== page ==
Prince of Persia: The Sands of Time may not be the most faithful adaptation, but it still keeps the spirit of the video game alive in this production in its representation of the comedy, characters, and action of the fan favorite game.
The brief backstory of this incarnation of the Sands of Time story starts with an incident on the streets that leads to Daston being adopted into the royal family. A decade later he is beloved by his father and both of his brothers, and because of this he plays his part in his brother’s decision to attack the holy city of Alamut though he has some reservations in concern to this decision. The sand is briefly allowed to settle following the battle before an incident occurs forcing Daston to flee from the city with the help of Princess Tamina. Though it would be nice to think that she is simply committing her good deed of the day, she is quick to reveal her ulterior motives for helping in the escape. Before fleeing, Daston came into possession of a supernatural dagger that Tamina has sworn to protect. Unfortunately for her, Daston figures out the special rewind button on the dagger before she is able to get it back from him, making her job a little more challenging.
A lot of work went into recreating the world of Prince of Persia. The sets are amazing in both the computer generated cityscapes and practically created elements, and they lend themselves greatly to the free running that Daston does through them, recreating the amazing platforming aspect of the games. And speaking of the visual effects, the effects that are used when Daston presses the rewind button are carried out in such a way that never appear cheesy, which could have easily happened when you are watching people walking around backwards and what not. I just wish there were more moments like this because I sure know that I wasn’t stingy in my use of that power during the game; but I guess Daston is more capable of not doing the things that have a strong likelihood of leading to death…
Though it is fun to watch the ways in which Daston moves from point A to point B, occasionally he does choose the first option in fight or flight. The combat is another way in which this film has changed from the game, choosing to go a more realistic route in this element as well. In the beginning of the game, a major event leads to the zombification (for lack of a better term) of the citizens of the city, causing throngs of enemies to fight through in addition to the platforming elements. This time around Daston is up against normal soldiers that he easily eludes more often than not, and because of this change, the overwhelming feeling often felt in the game is missing, and the need to lean on the dagger to redo a mistake goes with it. However, this is not to say that the combat is still not a great part of the film. Instead of the monstrous throngs, Daston comes up against a different breed of baddies known as the Hassansins. These minibosses all come well trained in their own form of combat, including throwing spikes, the control of deadly snakes, and whips that would put Whiplash’s ribbon dancing to shame (yes, I am still a little bitter about the Iron Man 2 villain…), and they are all more than capable of stopping the Prince in his tracks.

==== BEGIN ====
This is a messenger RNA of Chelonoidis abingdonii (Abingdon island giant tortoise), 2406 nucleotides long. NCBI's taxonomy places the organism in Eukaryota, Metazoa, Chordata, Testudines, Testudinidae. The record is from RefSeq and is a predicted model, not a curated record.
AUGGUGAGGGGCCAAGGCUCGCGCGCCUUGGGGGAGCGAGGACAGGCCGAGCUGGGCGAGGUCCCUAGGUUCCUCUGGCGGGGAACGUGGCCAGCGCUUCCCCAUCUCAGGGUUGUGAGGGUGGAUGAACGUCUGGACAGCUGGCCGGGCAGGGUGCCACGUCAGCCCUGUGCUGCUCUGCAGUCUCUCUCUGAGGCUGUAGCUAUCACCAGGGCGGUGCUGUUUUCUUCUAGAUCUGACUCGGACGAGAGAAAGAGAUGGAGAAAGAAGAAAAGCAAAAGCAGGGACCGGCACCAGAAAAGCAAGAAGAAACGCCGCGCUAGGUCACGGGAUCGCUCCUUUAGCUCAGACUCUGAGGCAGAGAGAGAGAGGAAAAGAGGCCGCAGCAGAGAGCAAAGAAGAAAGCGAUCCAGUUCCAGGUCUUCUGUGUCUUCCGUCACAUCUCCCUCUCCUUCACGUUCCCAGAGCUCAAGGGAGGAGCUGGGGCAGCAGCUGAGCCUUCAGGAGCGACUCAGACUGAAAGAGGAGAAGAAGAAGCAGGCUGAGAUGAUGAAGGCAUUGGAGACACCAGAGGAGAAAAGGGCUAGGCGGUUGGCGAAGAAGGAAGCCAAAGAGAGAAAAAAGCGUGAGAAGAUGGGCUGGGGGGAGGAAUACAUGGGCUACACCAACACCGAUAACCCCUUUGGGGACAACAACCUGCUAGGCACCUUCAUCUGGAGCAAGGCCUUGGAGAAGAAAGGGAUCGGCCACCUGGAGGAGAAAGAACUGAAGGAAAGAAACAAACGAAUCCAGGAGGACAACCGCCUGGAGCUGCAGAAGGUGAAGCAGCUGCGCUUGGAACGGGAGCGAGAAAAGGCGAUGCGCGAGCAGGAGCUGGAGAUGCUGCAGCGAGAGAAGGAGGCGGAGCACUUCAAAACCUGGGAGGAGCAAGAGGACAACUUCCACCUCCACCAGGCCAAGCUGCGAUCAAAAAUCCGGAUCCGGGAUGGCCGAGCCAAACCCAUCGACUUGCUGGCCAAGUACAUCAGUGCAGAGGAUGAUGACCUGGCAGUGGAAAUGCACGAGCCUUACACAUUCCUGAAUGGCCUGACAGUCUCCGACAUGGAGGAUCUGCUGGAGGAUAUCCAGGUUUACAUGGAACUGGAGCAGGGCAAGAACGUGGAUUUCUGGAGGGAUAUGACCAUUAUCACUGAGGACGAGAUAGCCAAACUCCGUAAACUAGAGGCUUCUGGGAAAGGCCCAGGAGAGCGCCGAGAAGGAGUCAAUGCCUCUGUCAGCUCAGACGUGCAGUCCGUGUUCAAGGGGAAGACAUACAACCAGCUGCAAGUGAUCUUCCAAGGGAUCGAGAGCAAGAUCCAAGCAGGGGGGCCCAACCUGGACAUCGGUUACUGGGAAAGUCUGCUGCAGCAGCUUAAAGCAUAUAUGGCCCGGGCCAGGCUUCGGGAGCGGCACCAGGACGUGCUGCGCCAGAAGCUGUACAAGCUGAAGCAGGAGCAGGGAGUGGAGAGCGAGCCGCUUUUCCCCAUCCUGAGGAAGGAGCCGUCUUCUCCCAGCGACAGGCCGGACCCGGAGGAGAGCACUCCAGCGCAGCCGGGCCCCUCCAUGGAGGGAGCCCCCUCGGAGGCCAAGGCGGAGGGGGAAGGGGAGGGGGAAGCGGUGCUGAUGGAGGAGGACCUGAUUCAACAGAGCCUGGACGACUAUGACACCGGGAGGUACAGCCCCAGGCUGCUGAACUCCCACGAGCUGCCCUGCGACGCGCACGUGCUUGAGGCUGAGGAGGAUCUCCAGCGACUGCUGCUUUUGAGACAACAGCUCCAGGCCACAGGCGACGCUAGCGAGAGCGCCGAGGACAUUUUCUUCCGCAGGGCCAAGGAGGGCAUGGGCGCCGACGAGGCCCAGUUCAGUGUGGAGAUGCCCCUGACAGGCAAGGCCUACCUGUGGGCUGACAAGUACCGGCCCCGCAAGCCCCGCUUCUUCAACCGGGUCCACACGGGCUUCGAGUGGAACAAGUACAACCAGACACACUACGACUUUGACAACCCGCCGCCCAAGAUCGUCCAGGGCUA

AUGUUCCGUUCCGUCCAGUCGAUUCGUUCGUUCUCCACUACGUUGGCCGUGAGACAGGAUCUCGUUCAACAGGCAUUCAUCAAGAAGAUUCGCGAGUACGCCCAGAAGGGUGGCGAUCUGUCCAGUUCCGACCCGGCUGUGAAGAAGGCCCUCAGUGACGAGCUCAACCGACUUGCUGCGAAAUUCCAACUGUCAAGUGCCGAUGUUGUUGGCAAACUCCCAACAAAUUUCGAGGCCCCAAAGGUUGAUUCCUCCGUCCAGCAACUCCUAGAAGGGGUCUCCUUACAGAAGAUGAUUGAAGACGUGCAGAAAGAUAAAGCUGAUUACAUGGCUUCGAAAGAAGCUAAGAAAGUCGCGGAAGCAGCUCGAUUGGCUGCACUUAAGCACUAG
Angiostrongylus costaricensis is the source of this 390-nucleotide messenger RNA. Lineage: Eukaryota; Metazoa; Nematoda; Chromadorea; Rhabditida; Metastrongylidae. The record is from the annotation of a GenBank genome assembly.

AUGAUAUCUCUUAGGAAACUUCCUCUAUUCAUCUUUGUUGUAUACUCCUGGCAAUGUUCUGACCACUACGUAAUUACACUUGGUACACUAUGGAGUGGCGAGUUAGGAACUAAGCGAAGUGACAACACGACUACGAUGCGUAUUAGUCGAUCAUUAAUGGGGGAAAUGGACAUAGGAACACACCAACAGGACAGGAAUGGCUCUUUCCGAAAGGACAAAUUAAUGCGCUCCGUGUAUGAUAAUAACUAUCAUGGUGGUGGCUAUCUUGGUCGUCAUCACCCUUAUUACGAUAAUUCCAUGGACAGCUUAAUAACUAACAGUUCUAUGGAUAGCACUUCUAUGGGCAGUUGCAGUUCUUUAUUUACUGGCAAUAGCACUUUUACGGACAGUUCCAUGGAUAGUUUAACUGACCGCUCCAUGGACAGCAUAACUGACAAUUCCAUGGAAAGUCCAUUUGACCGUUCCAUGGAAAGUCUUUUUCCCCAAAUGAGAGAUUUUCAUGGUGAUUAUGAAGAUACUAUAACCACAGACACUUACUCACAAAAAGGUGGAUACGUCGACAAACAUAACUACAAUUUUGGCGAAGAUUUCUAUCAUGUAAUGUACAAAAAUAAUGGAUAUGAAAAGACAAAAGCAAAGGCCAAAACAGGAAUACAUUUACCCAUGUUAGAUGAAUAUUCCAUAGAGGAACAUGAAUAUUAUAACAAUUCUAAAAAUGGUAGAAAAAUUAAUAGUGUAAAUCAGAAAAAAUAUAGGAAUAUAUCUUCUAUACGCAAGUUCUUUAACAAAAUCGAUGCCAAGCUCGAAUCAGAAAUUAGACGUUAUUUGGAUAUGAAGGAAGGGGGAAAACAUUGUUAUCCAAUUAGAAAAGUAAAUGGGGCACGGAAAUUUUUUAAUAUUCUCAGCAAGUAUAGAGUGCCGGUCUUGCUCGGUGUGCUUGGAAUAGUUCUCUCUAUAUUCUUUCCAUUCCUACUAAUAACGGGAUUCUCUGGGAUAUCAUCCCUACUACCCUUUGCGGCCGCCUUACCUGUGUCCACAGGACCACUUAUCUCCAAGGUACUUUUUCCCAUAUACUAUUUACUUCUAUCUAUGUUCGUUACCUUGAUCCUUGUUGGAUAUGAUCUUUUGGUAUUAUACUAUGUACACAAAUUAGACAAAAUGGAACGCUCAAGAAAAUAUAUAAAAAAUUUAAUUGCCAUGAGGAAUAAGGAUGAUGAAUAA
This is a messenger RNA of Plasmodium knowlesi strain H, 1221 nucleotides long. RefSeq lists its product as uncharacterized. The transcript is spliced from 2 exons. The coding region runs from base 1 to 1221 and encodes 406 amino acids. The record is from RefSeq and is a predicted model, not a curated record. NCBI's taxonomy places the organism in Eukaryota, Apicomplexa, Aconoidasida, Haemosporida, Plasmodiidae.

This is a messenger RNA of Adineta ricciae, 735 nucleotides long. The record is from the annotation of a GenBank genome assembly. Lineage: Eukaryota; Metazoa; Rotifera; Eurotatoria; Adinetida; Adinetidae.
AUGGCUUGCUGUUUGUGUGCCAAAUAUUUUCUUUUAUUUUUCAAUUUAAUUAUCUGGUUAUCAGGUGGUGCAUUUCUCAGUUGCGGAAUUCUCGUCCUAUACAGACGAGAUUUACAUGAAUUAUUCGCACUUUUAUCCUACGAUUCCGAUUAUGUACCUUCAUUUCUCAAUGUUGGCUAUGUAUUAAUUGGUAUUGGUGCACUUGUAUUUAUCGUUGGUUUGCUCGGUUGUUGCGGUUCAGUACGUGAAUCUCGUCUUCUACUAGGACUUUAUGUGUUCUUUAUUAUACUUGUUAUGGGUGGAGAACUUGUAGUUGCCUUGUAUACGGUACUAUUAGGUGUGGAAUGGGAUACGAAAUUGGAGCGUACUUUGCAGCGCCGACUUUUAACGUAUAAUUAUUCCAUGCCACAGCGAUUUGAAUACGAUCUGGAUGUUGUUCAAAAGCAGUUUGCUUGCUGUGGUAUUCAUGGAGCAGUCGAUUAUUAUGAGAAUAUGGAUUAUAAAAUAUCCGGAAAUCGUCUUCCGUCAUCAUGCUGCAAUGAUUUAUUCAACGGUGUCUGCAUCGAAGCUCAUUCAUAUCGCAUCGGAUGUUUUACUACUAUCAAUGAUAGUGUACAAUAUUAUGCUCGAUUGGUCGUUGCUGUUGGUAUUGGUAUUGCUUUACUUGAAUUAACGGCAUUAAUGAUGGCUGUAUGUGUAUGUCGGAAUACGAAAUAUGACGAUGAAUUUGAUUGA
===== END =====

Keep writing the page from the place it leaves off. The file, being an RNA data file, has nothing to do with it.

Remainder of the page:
The one place that this film falls a little short is in the dialog and characters. Jake Gyllenhaal does a great job embodying the prince in concern to the looks and stunts, but unfortunately he is not always given the best words to say. For both his character and Gemma Arterton’s, who plays Tamina, the dialog can get pretty repetitive, and though the comedic aspect of these characters is used on many occasions, it could have been much stronger. In addition to this, I still have some minor qualms with the princess in this film. In this incarnation, I was hoping for a stronger woman who is more than capable of handling her own when need be; and even though she is not quite a damsel in distress, she is still a little too incapable for someone who is given the important task of protecting the dagger. Because of this, Arterton is still unable to fully show what she is (hopefully) capable of doing, though this is a far superior role than what she was given in Clash of the Titans. In addition to these two leads, the film is filled out by good enough performances from Ben Kingsley as the brothers’ uncle and advisor, Alfred Molina as a man who is comically opposed to “the man” and full of one-liners, and Toby Kebbell and Richard Coyle as Daston’s brothers, but again they only have so much to work with given the dialog.
Even with the sometimes cheesy dialog, this film is still immensely enjoyable and entertaining thanks to the actors and strong action elements, making this anything but a disappointing adaptation of one of my favorite video game worlds.
Final Grade: B